All But One Member of Baltimore Gun Task Force Indicted on Federal Racketeering Charges

Baltimore Police Det. John Clewell worked nearly two years on the department’s gun trace task force — an elite unit that raided homes throughout the city searching for firearms in an effort to quell historic rates of violence.

We’re “the ‘make stuff happen’ police,” Clewell told a Northeast Baltimore couple whose apartment he raided in April 2015, according to his own account of the incident in charging documents.

Now Clewell is the only member of the task force who has not been indicted on federal racketeering charges.

The rest of the unit has been accused of robbing suspects, filing false paperwork and committing overtime fraud. Seven members were indicted by a federal grand jury in March; an eighth was indicted in August.

Clewell, a 32-year-old former Marine who joined the Baltimore Police Department in 2009, has been suspended, with pay, while the unit remains under investigation.

Clewell’s attorney says his client did not participate in the unit’s alleged schemes. Attorney Chaz Ball says Clewell is a witness, not a suspect, in the federal investigation.

“He’s sort of a Boy Scout among them, frankly,” Ball said. “He was in that unit for a good amount of time, and he’s somebody who just wasn’t involved in any of the negative things that happened there.”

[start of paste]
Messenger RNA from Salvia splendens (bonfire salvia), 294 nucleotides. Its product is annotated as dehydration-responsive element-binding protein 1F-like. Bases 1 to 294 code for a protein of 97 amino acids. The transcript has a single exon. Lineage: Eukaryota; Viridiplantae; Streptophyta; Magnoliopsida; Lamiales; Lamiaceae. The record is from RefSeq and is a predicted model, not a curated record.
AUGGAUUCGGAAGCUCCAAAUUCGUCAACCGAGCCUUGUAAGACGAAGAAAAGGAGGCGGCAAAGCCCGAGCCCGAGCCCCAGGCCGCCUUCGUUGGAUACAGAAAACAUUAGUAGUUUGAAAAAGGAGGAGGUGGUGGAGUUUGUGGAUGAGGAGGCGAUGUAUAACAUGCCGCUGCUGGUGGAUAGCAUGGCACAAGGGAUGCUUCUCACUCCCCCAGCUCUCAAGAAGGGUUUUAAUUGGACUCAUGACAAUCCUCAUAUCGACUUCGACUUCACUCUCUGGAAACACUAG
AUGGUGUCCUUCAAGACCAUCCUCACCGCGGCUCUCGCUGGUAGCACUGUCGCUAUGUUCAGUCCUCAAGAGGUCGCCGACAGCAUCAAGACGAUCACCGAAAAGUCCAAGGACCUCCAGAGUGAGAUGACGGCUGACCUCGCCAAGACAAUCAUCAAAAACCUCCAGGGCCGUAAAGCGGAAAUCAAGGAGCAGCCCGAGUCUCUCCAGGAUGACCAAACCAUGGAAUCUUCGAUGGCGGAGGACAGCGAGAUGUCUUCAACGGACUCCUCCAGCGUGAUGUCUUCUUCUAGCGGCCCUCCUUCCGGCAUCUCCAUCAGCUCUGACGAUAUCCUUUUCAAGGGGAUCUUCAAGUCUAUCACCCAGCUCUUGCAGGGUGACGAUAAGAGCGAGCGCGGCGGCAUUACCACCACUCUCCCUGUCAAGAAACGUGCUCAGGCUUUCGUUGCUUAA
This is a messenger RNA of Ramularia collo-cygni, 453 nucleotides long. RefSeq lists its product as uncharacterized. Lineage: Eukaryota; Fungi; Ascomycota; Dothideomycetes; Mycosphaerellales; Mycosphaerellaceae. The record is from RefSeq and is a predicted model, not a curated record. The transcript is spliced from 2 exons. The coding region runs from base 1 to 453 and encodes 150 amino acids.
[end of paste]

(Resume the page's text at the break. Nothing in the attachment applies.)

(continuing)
Police commanders created the gun trace task force a decade ago to zero in on gun offenders. Current police Commissioner Kevin Davis has called that approach a key element of his plan to reduce the years-long surge in homicides in the city.

Now eight members are accused of stealing hundreds of thousands of dollars from suspects from 2014 through late 2016. Some are also accused of conspiring to defraud the department of thousands of dollars in unearned overtime.

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Filming Cops
Filming Cops 2711 posts

Filming Cops was started in 2010 as a conglomerative blogging service documenting police abuse. The aim isn’t to demonize the natural concept of security provision as such, but to highlight specific cases of State-monopolized police brutality that are otherwise ignored by traditional media outlets.

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